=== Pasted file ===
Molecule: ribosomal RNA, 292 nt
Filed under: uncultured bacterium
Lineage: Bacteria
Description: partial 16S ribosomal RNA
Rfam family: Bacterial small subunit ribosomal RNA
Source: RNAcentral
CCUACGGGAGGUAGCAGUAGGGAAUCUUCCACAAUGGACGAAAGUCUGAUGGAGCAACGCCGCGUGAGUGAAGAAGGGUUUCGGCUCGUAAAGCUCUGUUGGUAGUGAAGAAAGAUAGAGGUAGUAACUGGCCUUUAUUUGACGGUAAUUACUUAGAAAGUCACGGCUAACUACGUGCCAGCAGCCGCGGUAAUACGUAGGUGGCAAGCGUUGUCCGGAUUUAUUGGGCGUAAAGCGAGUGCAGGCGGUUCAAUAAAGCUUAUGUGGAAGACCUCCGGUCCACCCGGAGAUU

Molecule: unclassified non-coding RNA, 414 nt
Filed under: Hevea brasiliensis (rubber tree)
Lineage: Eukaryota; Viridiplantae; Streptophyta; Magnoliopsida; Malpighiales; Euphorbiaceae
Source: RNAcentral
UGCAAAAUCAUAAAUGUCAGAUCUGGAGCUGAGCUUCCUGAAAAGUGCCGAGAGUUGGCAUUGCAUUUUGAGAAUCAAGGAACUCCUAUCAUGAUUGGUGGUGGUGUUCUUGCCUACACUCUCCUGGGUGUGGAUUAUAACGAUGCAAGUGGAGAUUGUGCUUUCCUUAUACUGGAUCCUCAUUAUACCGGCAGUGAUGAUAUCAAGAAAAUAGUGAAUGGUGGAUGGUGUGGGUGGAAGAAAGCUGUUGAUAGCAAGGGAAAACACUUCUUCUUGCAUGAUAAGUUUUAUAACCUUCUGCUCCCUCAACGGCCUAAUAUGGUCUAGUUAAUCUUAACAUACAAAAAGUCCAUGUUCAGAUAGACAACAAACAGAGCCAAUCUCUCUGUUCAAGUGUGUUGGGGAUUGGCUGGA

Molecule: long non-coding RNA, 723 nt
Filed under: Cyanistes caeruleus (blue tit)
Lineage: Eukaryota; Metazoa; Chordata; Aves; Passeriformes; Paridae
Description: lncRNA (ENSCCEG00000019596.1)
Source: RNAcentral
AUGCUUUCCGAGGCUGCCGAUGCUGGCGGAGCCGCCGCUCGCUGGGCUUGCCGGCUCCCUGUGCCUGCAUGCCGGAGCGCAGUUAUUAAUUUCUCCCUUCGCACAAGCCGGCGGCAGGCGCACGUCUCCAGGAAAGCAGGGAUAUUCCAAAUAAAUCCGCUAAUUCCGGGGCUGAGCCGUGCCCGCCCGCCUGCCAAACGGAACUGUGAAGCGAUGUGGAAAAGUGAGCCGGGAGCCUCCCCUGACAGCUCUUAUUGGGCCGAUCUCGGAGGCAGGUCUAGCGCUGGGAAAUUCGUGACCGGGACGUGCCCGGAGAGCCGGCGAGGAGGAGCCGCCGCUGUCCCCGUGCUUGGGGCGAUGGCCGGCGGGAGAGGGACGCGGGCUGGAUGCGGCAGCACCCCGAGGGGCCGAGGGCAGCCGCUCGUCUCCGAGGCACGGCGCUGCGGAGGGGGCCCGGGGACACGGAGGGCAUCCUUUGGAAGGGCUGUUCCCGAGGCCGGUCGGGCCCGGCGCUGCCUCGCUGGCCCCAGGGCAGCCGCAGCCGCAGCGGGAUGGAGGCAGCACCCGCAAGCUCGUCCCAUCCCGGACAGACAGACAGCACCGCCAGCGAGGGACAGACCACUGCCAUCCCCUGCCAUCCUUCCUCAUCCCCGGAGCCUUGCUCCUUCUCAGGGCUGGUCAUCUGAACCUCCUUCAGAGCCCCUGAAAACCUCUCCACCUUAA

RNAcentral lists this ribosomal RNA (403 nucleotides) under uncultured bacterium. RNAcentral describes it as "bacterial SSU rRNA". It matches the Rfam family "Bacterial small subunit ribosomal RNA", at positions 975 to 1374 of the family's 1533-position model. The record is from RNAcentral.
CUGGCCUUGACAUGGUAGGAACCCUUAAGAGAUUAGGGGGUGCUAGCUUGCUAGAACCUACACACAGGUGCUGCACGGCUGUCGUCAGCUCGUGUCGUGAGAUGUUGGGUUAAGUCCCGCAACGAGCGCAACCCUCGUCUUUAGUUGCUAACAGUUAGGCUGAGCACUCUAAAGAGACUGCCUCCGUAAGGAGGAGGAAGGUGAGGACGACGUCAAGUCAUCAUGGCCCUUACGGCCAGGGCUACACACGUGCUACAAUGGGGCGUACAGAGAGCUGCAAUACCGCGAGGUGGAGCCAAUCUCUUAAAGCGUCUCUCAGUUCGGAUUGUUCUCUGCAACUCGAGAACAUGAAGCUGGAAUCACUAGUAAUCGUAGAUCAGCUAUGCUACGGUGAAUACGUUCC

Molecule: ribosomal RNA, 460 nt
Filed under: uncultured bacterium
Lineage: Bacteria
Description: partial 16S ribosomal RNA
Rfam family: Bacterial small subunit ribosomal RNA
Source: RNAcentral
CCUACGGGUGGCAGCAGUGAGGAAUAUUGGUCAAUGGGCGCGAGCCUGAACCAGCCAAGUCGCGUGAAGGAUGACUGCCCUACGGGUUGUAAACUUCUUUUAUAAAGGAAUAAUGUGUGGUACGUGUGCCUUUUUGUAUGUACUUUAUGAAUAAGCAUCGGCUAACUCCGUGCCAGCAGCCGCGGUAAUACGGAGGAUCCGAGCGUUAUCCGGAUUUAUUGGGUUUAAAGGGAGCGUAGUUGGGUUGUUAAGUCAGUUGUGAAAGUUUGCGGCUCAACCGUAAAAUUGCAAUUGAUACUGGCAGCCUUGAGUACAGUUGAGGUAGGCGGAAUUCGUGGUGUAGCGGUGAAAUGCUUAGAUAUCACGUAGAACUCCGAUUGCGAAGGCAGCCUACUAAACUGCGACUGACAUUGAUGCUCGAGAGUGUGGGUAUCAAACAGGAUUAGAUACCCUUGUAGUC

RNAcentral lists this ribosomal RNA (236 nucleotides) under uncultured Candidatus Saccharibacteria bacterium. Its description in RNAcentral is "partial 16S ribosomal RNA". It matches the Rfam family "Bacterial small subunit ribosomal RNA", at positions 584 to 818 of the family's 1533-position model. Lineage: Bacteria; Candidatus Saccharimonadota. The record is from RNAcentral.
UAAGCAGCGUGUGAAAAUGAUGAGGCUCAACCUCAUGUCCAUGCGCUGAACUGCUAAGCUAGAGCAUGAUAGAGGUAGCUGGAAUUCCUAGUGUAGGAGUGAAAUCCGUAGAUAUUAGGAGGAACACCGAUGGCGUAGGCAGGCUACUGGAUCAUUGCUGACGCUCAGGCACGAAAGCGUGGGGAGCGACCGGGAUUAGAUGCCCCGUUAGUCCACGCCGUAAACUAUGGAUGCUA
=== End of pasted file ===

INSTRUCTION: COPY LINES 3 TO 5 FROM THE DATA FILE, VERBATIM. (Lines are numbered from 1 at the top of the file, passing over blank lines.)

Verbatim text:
Lineage: Bacteria
Description: partial 16S ribosomal RNA
Rfam family: Bacterial small subunit ribosomal RNA